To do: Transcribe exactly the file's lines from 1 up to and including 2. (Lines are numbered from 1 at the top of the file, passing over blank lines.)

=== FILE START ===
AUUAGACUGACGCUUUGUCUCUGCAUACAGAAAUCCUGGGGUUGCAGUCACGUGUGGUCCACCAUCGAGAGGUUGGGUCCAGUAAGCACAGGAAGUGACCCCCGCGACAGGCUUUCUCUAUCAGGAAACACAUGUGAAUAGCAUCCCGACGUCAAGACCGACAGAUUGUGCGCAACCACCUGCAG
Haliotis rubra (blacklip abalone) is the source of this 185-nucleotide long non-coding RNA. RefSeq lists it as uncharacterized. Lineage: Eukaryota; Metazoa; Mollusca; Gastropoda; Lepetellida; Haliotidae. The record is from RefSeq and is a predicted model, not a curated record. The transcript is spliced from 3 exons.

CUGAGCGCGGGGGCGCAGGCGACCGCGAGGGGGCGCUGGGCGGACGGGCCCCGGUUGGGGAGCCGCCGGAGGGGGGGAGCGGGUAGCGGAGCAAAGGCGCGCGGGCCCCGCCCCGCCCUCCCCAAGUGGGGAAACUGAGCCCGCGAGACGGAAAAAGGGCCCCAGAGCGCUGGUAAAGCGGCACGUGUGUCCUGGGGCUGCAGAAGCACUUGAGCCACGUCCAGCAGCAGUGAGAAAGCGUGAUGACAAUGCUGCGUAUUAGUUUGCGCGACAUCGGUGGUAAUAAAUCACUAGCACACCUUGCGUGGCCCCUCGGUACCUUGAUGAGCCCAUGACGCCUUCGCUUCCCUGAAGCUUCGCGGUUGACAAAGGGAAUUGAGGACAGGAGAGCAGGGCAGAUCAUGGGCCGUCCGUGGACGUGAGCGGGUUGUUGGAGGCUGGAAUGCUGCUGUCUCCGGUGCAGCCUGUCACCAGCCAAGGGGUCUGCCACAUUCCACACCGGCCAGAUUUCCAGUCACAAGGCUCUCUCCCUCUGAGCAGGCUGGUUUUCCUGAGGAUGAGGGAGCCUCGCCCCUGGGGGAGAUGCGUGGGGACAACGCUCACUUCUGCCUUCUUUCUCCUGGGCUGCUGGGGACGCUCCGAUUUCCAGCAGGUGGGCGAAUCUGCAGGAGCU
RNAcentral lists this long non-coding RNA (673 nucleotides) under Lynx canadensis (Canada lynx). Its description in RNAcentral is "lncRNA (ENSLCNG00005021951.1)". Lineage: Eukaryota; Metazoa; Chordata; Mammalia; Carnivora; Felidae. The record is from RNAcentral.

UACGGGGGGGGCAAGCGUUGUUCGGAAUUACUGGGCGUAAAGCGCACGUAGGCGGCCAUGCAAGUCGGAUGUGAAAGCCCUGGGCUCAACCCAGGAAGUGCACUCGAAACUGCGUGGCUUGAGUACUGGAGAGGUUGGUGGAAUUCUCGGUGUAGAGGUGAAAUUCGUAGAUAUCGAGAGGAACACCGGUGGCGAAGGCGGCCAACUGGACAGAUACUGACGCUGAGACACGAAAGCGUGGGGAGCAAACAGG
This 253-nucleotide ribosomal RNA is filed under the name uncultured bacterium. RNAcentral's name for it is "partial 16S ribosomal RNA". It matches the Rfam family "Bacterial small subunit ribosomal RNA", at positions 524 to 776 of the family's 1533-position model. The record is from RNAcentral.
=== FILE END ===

AUUAGACUGACGCUUUGUCUCUGCAUACAGAAAUCCUGGGGUUGCAGUCACGUGUGGUCCACCAUCGAGAGGUUGGGUCCAGUAAGCACAGGAAGUGACCCCCGCGACAGGCUUUCUCUAUCAGGAAACACAUGUGAAUAGCAUCCCGACGUCAAGACCGACAGAUUGUGCGCAACCACCUGCAG
Haliotis rubra (blacklip abalone) is the source of this 185-nucleotide long non-coding RNA. RefSeq lists it as uncharacterized. Lineage: Eukaryota; Metazoa; Mollusca; Gastropoda; Lepetellida; Haliotidae. The record is from RefSeq and is a predicted model, not a curated record. The transcript is spliced from 3 exons.